• A large majority of Muslim Americans believe that hard work pays off in this society. Fully 71% agree that most people who want to get ahead in the United States can make it if they are willing to work hard.
  • The survey shows that although many Muslims are relative newcomers to the U.S., they are highly assimilated into American society. On balance, they believe that Muslims coming to the U.S. should try and adopt American customs, rather than trying to remain distinct from the larger society. And by nearly two-to-one (63%-32%) Muslim Americans do not see a conflict between being a devout Muslim and living in a modern society.
  • Roughly two-thirds (65%) of adult Muslims in the U.S. were born elsewhere. A relatively large proportion of Muslim immigrants are from Arab countries, but many also come from Pakistan and other South Asian countries. Among native-born Muslims, roughly half are African American (20% of U.S. Muslims overall), many of whom are converts to Islam.
  • Based on data from this survey, along with available Census Bureau data on immigrants’ nativity and nationality, the Pew Research Center estimates the total population of Muslims in the United States at 2.35 million.
  • Muslim Americans reject Islamic extremism by larger margins than do Muslim minorities in Western European countries. However, there is somewhat more acceptance of Islamic extremism in some segments of the U.S. Muslim public than others. Fewer native-born African American Muslims than others completely condemn al Qaeda. In addition, younger Muslims in the U.S. are much more likely than older Muslim Americans to say that suicide bombing in the defense of Islam can be at least sometimes justified. Nonetheless, absolute levels of support for Islamic extremism among Muslim Americans are quite low, especially when compared with Muslims around the world.
  • A majority of Muslim Americans (53%) say it has become more difficult to be a Muslim in the United States since the Sept. 11 terrorist attacks. Most also believe that the government “singles out” Muslims for increased surveillance and monitoring. Relatively few Muslim Americans believe the U.S.-led war on terror is a sincere effort to reduce terrorism, and many doubt that Arabs were responsible for the 9/11 attacks. Just 40% of Muslim Americans say groups of Arabs carried out those attacks.

Pew Center poll page

Download PDF of report

Philippe de Villiers : “Prohibit the Veil in all Public Spaces”

The president of the Movement for France, Phillippe de Villiers, presents himself as “the last defender of the Rebublic against communitarianism”. Le Figaro interviewed de Villiers on November 2, 2006, and in that interview de Villiers called for the prohibition of the veil in all public spaces in France. De Villiers called Islamism “an empirical problem” that “it is impossible to ignore.” In response to this “Islamic problem”, he proposed that France “impose her values”, in particular by prohibiting the Islamic veil in the streets or in public buildings. He called for this on the grounds that “the islamic veil is the symbol of female submission and wearing it detracts from her dignity.” In addition, de Villiers asserted that the veil was an obstacle to “the appearance of national community” and an tool used by the activits who “attack the foundations of the Rebublic.” De Villiers cited an August 2006 study from the Pew Research Center that reported that 46% of French Muslims saw their loyalty to Islam as greater than their loyalty to France. This, he claimed, was an obvious political problem. “I am only saying what the French citizens are already thinking,” de Villiers averred. “This will be an essential question for the 2007 presidential election: I am the only one to break the taboo, and the last defender of the Republic against [Islamist] communitarianism.”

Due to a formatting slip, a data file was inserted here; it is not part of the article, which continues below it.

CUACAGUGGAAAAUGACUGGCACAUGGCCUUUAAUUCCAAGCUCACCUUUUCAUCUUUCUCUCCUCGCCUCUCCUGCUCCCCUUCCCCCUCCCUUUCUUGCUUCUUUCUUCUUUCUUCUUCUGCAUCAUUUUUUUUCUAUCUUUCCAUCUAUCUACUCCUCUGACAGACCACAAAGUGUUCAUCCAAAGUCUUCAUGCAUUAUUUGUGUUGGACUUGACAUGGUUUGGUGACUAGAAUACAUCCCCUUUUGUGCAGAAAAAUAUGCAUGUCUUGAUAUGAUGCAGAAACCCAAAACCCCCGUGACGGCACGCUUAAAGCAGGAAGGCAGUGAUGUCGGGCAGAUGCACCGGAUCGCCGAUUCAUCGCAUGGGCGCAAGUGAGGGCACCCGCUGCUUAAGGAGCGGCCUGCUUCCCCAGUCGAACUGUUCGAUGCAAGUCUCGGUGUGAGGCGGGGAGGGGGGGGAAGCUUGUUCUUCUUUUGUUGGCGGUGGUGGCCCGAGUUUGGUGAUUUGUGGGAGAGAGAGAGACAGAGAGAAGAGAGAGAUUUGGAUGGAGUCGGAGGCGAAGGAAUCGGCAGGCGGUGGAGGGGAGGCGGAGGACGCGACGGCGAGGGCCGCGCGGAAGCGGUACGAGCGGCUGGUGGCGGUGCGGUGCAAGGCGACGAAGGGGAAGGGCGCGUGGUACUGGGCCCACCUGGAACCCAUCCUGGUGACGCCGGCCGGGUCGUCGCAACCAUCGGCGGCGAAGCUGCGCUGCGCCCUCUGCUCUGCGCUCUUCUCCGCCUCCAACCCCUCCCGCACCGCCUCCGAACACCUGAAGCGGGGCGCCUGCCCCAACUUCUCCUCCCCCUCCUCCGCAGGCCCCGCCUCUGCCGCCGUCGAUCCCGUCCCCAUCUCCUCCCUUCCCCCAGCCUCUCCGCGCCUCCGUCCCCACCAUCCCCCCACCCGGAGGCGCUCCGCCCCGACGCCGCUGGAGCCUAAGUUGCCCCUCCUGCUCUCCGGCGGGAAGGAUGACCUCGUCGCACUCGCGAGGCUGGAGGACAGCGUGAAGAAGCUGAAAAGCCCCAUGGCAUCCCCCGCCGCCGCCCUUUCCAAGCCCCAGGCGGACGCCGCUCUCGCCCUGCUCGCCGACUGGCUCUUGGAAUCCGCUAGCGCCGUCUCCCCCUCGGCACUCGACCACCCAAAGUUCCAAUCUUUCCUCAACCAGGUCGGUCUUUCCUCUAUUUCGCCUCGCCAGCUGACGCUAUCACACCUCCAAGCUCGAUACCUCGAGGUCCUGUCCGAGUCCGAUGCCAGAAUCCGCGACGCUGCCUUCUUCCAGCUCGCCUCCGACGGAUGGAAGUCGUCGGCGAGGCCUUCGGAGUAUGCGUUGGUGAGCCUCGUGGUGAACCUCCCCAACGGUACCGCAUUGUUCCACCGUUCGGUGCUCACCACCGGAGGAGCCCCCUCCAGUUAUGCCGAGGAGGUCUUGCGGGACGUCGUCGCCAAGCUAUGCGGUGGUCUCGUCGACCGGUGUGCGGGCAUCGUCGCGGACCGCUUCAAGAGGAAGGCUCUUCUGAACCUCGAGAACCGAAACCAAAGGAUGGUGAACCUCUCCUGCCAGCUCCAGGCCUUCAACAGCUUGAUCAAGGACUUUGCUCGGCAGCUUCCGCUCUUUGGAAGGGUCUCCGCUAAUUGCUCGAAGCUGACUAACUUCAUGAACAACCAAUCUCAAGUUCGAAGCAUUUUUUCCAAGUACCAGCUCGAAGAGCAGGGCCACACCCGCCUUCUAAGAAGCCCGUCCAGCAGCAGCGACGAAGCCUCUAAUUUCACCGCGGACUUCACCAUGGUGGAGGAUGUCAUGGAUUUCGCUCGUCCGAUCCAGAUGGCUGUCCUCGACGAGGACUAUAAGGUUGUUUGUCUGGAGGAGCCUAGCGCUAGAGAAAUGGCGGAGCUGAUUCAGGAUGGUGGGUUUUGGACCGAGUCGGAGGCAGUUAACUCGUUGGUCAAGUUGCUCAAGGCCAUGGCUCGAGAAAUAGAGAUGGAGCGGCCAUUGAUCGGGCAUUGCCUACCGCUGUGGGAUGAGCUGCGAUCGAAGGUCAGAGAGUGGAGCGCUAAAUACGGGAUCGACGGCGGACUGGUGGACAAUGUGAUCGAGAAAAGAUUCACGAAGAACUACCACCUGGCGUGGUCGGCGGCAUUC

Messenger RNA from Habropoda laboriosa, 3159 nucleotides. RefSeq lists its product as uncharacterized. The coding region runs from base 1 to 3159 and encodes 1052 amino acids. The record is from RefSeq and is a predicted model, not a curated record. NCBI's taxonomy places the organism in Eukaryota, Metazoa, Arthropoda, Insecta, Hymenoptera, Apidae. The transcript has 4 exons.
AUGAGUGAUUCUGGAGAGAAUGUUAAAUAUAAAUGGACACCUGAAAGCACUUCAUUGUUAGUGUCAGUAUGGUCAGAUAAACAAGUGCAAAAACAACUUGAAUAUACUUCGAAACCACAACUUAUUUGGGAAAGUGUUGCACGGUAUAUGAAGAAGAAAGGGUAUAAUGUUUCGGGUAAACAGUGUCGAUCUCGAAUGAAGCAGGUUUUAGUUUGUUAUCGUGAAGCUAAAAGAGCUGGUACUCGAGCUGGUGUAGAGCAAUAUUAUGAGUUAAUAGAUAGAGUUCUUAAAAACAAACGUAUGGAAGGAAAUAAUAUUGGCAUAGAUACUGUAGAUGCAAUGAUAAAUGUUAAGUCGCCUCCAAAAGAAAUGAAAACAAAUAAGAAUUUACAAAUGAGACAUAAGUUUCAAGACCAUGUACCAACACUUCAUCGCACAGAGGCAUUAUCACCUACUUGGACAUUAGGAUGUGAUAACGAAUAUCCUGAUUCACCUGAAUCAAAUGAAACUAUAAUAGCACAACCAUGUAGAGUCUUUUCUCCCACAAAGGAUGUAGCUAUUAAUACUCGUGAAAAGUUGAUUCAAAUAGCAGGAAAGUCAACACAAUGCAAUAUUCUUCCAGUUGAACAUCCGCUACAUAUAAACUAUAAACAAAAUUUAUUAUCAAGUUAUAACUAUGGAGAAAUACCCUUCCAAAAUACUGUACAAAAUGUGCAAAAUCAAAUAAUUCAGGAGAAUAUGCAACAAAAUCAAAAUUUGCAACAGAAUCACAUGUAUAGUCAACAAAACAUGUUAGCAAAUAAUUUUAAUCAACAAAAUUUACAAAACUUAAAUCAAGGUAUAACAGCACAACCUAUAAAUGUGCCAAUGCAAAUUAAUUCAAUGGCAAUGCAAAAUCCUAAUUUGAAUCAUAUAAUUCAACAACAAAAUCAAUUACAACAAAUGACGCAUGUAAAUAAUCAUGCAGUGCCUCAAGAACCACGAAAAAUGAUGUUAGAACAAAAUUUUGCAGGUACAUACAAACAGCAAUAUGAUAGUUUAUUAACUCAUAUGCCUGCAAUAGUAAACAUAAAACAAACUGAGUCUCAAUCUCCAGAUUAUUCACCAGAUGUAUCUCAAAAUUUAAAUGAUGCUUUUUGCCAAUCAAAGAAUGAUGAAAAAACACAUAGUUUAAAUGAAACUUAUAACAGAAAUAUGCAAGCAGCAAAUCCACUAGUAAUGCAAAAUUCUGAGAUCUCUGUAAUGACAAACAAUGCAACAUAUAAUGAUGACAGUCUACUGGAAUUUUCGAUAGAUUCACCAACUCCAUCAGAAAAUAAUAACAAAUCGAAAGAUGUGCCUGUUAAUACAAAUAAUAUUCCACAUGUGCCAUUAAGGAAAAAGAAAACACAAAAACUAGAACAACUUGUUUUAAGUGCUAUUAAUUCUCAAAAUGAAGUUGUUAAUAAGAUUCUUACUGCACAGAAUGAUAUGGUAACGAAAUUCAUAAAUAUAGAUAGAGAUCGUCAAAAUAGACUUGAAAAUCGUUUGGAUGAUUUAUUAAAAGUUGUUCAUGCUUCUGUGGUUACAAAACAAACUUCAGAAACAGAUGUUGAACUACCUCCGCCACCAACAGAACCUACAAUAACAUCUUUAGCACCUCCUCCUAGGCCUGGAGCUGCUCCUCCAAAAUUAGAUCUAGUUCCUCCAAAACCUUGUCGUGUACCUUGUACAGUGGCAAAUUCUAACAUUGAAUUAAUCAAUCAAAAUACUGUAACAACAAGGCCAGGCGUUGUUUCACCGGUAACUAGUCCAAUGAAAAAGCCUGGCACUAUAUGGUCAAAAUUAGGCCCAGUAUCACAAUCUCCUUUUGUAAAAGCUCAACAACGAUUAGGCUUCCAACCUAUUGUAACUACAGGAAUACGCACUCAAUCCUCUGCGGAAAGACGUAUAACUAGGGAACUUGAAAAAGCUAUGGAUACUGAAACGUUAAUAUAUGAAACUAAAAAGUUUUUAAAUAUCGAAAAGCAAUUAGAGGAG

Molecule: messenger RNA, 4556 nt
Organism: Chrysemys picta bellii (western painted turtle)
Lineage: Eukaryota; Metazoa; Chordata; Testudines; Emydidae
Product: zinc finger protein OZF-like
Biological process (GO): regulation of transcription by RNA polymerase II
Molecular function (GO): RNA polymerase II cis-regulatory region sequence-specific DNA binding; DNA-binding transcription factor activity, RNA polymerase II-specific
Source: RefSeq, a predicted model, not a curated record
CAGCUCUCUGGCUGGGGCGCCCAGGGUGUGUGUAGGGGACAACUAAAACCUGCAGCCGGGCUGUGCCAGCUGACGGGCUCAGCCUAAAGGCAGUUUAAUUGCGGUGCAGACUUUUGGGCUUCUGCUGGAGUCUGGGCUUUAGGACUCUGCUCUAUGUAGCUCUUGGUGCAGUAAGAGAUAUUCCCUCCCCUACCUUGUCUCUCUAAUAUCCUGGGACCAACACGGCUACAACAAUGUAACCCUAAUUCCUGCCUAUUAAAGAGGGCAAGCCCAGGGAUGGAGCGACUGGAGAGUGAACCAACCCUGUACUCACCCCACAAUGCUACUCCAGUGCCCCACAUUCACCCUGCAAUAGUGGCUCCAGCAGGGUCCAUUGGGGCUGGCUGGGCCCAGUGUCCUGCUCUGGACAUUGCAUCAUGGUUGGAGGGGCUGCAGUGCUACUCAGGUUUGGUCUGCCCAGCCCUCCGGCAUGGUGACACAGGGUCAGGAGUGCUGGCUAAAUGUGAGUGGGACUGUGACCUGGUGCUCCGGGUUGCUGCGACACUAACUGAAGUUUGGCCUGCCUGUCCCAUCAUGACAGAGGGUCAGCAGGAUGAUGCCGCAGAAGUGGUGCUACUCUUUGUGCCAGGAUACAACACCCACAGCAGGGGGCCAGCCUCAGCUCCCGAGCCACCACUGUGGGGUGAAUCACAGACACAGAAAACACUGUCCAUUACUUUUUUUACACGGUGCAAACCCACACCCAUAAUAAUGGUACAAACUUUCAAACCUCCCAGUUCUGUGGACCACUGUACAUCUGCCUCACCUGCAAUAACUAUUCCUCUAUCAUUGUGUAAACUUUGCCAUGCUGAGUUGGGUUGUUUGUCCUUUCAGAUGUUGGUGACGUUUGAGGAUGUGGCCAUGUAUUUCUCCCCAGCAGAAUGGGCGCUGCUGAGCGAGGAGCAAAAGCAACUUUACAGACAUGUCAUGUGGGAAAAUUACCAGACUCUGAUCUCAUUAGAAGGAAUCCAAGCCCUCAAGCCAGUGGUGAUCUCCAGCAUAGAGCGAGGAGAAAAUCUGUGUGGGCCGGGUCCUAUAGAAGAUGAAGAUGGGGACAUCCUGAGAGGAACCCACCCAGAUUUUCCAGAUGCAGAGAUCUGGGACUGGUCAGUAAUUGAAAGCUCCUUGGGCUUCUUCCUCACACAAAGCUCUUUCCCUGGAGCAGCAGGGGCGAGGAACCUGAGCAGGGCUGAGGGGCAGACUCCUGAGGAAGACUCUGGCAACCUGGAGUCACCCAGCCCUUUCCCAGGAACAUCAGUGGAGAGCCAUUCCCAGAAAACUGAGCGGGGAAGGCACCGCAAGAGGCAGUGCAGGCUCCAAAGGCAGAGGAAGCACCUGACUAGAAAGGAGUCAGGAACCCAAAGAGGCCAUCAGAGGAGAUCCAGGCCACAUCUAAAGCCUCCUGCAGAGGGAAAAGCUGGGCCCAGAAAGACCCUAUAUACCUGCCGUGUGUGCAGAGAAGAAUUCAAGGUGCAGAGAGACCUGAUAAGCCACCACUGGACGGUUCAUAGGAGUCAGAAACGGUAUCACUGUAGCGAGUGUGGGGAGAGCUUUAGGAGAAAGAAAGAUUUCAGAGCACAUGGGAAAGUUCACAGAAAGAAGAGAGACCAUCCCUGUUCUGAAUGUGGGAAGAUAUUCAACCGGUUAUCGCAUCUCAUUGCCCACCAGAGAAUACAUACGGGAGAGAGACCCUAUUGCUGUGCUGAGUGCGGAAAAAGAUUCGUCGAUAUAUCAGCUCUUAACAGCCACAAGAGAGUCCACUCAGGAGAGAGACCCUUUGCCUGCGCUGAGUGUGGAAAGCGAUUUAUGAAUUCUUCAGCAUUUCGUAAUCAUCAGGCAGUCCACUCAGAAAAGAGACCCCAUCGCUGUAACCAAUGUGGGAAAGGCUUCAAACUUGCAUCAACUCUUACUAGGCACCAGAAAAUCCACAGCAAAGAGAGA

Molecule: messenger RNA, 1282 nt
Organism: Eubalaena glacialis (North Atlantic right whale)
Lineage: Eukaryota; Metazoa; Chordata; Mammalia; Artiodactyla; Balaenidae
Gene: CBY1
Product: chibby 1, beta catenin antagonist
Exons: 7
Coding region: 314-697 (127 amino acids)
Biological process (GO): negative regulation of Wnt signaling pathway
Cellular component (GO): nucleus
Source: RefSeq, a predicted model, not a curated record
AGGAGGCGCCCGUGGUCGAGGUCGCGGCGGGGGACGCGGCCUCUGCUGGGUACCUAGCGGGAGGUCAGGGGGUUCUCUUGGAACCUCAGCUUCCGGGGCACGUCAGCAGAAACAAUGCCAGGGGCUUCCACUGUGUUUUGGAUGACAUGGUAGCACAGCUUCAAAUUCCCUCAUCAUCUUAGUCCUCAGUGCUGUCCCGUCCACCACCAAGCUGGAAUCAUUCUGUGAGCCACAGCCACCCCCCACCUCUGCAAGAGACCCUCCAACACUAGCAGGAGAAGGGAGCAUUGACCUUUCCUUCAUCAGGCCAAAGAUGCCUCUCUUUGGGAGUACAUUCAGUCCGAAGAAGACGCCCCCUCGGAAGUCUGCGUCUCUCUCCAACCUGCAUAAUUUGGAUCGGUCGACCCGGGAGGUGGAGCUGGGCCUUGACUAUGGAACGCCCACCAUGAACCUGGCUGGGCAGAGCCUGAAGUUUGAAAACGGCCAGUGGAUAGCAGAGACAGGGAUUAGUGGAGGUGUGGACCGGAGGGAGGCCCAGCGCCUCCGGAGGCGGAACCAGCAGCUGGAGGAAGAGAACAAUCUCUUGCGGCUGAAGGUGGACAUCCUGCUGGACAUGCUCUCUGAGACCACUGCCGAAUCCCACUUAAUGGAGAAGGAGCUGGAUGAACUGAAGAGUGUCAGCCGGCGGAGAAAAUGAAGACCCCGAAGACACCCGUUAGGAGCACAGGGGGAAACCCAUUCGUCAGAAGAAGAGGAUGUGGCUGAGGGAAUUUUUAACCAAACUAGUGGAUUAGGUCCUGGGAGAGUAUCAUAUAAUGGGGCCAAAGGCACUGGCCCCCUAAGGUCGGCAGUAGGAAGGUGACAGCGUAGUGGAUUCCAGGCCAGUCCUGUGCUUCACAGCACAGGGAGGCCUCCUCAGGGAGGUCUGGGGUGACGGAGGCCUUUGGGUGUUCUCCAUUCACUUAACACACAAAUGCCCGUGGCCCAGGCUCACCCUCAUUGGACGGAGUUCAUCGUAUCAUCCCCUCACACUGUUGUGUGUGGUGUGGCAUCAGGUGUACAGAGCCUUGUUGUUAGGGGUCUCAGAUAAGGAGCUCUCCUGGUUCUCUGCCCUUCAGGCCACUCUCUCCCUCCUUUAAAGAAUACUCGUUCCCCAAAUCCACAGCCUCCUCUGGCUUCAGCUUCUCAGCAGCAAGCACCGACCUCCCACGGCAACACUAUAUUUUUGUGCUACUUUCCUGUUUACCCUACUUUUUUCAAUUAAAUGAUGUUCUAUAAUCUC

Les musulmans français sont plus tolérants que leurs voisins européens

Criticized by the American press to the moment of the riots of the fall 2005 in the suburbs, the French model of integration is rehabilitated by an investigation published by the Pew Research Center, the one of the opinion institutes the most renowned ones of the United States. According to this investigation, realized in the spring with Muslims of four European countries and of which the complete results were published August 17, the France Muslims have not any integration lesson to receive of their European neighbors.